Jarvis Cocker, that most uncommonly mordant celebrator of common people, was feeling frisky when he officially opened Metal, the new centre for art and ideas, in Southend. "I like the notion of a building that emits creative ideas," he told several hundred worthies, artists, and liggers that had packed into the marquee next to the Grade II-listed Chalkwell Hall, a former manor house.
Cocker said he'd momentarily considered smashing a celebratory bottle of champagne on the building. Instead, he had an alternative "opening gesture" because of the environmental sophistication of the building, engineered by Britain's best-known eco-designer, Bill Dunster. The expectation duly mounted to a point usually associated with the word "bursting". Was this going to be a Jim Morrison throbbing gristle on stage in Miami moment? Was there going to be a flash of genius, so to speak, under the polite whirr of Mr Dunster's wind-turbines and photo-voltaic arrays?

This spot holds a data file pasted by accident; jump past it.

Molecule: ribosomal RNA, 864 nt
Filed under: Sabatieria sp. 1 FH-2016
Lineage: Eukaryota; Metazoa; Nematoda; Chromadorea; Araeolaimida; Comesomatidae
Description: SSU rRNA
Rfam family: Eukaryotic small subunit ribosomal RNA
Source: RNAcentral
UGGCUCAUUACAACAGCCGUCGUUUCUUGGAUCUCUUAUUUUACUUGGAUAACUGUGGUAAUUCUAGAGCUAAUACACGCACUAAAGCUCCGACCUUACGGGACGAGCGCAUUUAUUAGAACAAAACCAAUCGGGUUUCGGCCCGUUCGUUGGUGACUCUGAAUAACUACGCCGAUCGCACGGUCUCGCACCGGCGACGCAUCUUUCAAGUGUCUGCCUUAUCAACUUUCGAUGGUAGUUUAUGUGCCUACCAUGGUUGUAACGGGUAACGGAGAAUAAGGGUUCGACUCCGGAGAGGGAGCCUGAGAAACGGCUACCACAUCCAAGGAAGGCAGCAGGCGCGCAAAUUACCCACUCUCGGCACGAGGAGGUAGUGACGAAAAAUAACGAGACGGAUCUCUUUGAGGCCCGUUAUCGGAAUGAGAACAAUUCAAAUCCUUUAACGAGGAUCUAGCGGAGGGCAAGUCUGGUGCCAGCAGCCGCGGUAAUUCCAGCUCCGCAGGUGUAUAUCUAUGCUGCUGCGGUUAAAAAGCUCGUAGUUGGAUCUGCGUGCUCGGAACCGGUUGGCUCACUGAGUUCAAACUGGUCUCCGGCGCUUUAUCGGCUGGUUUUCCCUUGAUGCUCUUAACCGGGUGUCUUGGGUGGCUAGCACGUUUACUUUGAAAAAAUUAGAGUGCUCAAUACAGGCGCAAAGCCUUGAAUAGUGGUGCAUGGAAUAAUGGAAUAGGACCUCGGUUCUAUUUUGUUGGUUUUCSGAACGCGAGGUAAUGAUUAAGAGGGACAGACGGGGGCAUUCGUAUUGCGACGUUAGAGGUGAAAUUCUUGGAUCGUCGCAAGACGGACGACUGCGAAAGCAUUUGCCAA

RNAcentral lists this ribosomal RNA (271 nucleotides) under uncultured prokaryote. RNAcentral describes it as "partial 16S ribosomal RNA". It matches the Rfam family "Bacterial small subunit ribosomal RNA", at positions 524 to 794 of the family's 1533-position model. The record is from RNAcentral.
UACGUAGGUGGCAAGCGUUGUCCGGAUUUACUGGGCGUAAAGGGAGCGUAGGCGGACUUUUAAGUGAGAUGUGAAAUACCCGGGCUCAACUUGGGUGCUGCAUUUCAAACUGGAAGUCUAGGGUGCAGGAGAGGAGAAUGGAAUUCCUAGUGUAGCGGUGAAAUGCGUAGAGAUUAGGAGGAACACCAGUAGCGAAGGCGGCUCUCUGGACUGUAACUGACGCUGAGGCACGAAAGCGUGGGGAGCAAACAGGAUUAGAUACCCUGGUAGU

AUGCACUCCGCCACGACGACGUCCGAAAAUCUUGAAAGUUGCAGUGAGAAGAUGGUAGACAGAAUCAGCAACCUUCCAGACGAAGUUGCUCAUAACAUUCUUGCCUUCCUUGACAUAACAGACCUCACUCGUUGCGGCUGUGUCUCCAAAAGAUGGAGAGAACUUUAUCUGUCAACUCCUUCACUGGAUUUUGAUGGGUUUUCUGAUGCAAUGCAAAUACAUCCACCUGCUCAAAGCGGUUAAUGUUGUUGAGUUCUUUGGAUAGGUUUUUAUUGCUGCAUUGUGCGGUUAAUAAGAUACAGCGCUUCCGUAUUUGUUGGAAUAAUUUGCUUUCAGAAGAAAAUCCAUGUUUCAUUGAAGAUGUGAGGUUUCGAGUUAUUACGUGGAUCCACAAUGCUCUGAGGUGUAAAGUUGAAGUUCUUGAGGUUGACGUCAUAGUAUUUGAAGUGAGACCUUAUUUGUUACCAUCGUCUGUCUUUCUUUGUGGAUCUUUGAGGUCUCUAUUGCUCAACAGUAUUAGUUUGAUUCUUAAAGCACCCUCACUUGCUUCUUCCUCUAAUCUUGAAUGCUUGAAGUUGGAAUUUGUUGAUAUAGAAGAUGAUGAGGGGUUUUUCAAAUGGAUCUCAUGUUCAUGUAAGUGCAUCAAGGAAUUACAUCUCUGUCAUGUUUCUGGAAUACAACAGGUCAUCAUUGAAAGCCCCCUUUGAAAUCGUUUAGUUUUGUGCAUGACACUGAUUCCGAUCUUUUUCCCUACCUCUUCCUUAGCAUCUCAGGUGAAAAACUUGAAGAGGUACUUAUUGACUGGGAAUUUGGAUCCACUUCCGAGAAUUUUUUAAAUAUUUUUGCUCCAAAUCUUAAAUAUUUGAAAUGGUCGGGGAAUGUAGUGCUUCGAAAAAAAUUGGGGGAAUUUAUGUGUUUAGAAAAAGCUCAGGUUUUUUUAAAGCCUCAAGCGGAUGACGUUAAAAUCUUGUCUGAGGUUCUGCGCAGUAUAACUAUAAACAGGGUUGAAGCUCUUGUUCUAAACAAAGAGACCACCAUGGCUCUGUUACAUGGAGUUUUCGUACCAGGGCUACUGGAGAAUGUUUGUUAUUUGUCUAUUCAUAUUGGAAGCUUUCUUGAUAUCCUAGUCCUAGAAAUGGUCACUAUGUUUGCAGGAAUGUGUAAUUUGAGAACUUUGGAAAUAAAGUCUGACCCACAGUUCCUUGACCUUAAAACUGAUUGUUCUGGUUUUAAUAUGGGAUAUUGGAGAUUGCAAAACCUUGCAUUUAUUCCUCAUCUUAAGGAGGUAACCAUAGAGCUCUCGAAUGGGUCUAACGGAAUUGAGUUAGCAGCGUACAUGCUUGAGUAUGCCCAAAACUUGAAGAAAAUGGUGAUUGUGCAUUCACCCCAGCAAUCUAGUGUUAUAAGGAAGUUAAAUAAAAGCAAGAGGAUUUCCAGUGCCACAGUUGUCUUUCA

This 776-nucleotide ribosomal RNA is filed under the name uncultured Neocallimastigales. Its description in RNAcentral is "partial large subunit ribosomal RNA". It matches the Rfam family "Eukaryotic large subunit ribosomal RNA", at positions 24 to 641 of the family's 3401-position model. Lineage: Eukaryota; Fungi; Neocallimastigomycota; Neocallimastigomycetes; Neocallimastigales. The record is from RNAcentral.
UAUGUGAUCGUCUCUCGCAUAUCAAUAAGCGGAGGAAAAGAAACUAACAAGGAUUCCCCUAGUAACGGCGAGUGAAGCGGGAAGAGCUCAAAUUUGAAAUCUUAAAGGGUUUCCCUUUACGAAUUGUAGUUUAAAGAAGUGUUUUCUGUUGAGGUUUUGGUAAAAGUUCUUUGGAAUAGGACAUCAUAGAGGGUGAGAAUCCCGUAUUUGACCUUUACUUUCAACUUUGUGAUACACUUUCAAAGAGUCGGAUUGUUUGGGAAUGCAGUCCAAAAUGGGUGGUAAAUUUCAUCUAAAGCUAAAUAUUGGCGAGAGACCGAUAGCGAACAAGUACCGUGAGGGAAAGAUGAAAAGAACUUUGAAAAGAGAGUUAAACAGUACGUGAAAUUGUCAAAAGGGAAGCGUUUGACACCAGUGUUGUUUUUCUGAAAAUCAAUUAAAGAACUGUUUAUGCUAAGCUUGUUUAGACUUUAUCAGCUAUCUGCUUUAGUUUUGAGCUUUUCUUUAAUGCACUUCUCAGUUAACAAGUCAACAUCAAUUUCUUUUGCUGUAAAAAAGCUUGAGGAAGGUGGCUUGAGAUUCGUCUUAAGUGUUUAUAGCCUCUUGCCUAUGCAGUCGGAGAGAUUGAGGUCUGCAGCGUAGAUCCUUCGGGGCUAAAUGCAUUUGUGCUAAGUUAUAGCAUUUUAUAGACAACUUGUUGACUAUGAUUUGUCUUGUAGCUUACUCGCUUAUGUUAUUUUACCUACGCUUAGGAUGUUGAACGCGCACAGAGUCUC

No. Mr Cocker simply jumped in the air, thrust forward his chest, and yanked his lapels aside to reveal nothing more than the white shirtfront beneath. The throng, wildly appreciative, duly emitted a sound like a battery of Dyson AirBlade hand-dryers on max. It was fun, but not quite the first demonstration of Metal managing director Colette Bailey's central vision: "We believe that artists can effect change in our society. Our vision is to create a central role for artists in civic life".
It's a vision supported not just by self-consciously arch commoners like Jarvis Cocker, but by uncommonly important people in the arts world. Jude Kelly, artistic director of London's Southbank Centre, founded Metal; Sir Ian McKellen is a trustee; and Billy Bragg, aka the Dagenham Foghorn, bellowed at 25,000 people at the recent Big Busk in Chalkwell Park. The Thames Gateway rocks.